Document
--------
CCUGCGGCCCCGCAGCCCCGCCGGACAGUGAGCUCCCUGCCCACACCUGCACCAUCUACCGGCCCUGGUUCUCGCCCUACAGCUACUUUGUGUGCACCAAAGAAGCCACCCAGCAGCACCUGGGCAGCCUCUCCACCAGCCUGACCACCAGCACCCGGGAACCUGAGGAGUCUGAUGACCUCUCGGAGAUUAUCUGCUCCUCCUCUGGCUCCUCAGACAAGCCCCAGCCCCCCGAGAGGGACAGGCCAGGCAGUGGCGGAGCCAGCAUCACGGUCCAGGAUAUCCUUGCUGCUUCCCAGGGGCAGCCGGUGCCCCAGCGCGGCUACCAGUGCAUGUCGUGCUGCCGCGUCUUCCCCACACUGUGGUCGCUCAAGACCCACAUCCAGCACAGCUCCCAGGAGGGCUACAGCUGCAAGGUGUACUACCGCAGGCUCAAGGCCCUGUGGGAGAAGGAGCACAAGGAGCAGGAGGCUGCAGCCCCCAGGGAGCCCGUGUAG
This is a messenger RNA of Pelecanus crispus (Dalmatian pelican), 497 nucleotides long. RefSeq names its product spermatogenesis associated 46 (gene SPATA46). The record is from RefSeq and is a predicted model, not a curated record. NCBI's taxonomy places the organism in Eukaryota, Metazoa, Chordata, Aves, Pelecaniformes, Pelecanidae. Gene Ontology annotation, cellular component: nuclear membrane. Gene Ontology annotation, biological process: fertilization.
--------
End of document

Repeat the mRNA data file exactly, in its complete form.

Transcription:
CCUGCGGCCCCGCAGCCCCGCCGGACAGUGAGCUCCCUGCCCACACCUGCACCAUCUACCGGCCCUGGUUCUCGCCCUACAGCUACUUUGUGUGCACCAAAGAAGCCACCCAGCAGCACCUGGGCAGCCUCUCCACCAGCCUGACCACCAGCACCCGGGAACCUGAGGAGUCUGAUGACCUCUCGGAGAUUAUCUGCUCCUCCUCUGGCUCCUCAGACAAGCCCCAGCCCCCCGAGAGGGACAGGCCAGGCAGUGGCGGAGCCAGCAUCACGGUCCAGGAUAUCCUUGCUGCUUCCCAGGGGCAGCCGGUGCCCCAGCGCGGCUACCAGUGCAUGUCGUGCUGCCGCGUCUUCCCCACACUGUGGUCGCUCAAGACCCACAUCCAGCACAGCUCCCAGGAGGGCUACAGCUGCAAGGUGUACUACCGCAGGCUCAAGGCCCUGUGGGAGAAGGAGCACAAGGAGCAGGAGGCUGCAGCCCCCAGGGAGCCCGUGUAG
This is a messenger RNA of Pelecanus crispus (Dalmatian pelican), 497 nucleotides long. RefSeq names its product spermatogenesis associated 46 (gene SPATA46). The record is from RefSeq and is a predicted model, not a curated record. NCBI's taxonomy places the organism in Eukaryota, Metazoa, Chordata, Aves, Pelecaniformes, Pelecanidae. Gene Ontology annotation, cellular component: nuclear membrane. Gene Ontology annotation, biological process: fertilization.